The problem is, it didn't seem to be able to address the iPad form factor -- and that is the size and type of device folks appear to have locked down on. Variety is an advantage, but only if that variety includes the products that folks want to buy.
Microsoft kind of made fun of iPad users, and I doubt that was wise, given there were a number of folks in the audience using them.
It did better with Windows Phone 7, and it showcased a device that is vastly simpler and easier to use than any current Android or Apple offering. The presentation covered the execution of a variety of tasks -- from taking and sending pictures, to setting appointments, to enjoying content, to integrating with Microsoft services (like Xbox live) -- that appeared better than comparable experiences on competing platforms.
The only issue is that the product won't be available for months -- and by then, the others may close these gaps. However, comments from folks at lunch indicated many who were using iPhones or Android phones thought they might prefer the new Microsoft product. We'll see if they still feel that way when it eventually ships.
Wrapping Up: Better, but ...
In thinking this through, Microsoft hit hard on its enterprise messaging, and I doubt many left thinking it was exposed against Linux, Oracle or IBM. Microsoft made a strong argument against Google, particularly Google Apps, and it showcased a massive improvement in cross-company collaboration. However, most seemed to be looking for a better position on both tablets and phones, and here it may have fallen short.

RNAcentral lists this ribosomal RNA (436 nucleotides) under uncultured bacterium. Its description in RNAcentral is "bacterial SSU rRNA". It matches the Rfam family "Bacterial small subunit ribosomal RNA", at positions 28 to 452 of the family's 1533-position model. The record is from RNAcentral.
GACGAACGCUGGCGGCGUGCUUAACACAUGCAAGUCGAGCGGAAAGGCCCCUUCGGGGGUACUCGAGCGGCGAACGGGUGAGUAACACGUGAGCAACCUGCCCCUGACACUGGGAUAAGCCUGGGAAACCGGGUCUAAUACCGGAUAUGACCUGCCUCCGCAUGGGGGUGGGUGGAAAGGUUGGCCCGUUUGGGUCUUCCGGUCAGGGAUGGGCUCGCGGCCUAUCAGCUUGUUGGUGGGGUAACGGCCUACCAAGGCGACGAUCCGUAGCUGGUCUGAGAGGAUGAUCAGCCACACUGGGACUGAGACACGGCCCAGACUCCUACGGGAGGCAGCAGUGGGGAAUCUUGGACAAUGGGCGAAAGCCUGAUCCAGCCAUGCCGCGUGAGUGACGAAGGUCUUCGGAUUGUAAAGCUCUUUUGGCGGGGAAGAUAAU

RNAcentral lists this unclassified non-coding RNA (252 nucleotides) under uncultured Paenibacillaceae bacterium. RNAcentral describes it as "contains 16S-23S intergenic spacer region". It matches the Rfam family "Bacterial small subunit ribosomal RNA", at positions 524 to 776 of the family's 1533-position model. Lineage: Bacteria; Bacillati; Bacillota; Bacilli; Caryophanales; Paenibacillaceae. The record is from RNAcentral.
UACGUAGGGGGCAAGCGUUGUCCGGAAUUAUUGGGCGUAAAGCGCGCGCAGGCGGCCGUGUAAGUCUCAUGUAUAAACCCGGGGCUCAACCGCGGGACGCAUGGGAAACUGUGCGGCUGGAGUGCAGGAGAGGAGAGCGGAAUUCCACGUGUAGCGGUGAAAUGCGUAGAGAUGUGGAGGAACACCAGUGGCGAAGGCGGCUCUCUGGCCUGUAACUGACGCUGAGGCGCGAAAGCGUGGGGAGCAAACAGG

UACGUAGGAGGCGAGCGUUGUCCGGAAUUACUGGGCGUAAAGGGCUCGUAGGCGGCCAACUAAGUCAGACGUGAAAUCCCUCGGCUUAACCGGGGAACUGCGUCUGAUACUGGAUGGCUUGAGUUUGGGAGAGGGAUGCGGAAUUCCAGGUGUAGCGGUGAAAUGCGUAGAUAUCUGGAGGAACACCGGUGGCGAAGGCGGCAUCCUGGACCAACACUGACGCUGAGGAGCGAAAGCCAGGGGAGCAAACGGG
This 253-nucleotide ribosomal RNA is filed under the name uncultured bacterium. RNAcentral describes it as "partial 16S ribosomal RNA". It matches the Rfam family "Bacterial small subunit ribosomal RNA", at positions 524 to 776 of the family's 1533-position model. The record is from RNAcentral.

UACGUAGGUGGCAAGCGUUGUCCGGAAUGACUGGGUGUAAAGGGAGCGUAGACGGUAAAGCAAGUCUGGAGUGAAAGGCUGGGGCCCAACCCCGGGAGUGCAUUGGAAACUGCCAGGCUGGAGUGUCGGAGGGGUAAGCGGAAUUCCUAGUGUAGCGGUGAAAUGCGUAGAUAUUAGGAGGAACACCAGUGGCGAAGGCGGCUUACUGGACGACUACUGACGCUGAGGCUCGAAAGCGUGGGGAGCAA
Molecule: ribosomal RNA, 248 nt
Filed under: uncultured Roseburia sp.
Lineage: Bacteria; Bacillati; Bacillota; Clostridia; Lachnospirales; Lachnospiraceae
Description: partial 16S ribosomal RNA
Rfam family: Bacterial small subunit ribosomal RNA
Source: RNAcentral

On tablets, Microsoft neither addressed the iPad form factor adequately, nor did it demonstrate the advantages of an alternative better form factor. Instead, it argued choice of form factors -- which the market had previously not been that excited about (like clam shell tablets).
On phones, it demonstrated it could produce a competitive device, but the significant concern remained that it would be too late. In side discussions, the financial analysts loved Microsoft's new CFO and expressed a developing passionate hate for Google, but still surrounded Apple with an impenetrable halo, despite the problems with the new iPhone.
In the end, I think Microsoft presented itself as improved, particularly with regard to quality, but it hasn't yet been convincing on whether it can be successful with smartphones and tablets. And unfortunately, it will need to be if pressure is to be taken off its executive team.
Product of the Week: Wellcore Personal Emergency Response System
One of the problems we have as we age is that we can quite literally fall and not be able to get up. The problem can be caused by anything from missing a step to having a heart attack, and if no one is near, help may arrive too late.
The Wellcore Personal Emergency Response System is a phone-connected base station with sensors that can be worn. The sensors have an emergency button and a motion sensor that will automatically send an alert, along with the GPS location.
The product is reasonably easy to set up by a caregiver, and has a low monthly cost. The only downside is the need to dock the sensors at night so their batteries recharge.
For those who are responsible for aging or disabled folks or are in that category themselves, this could be a godsend. I expect it's also a precursor to capabilities that may eventually be built into phones that will better protect more of us.
A device that actually does help us protect the lives and safety of those we care about is important to me, and that makes the Wellcore Personal Emergency Response System with automatic fall detection my Product of the Week.
Rob Enderle is a TechNewsWorld columnist and the principal analyst for the Enderle Group, a consultancy that focuses on personal technology products and trends.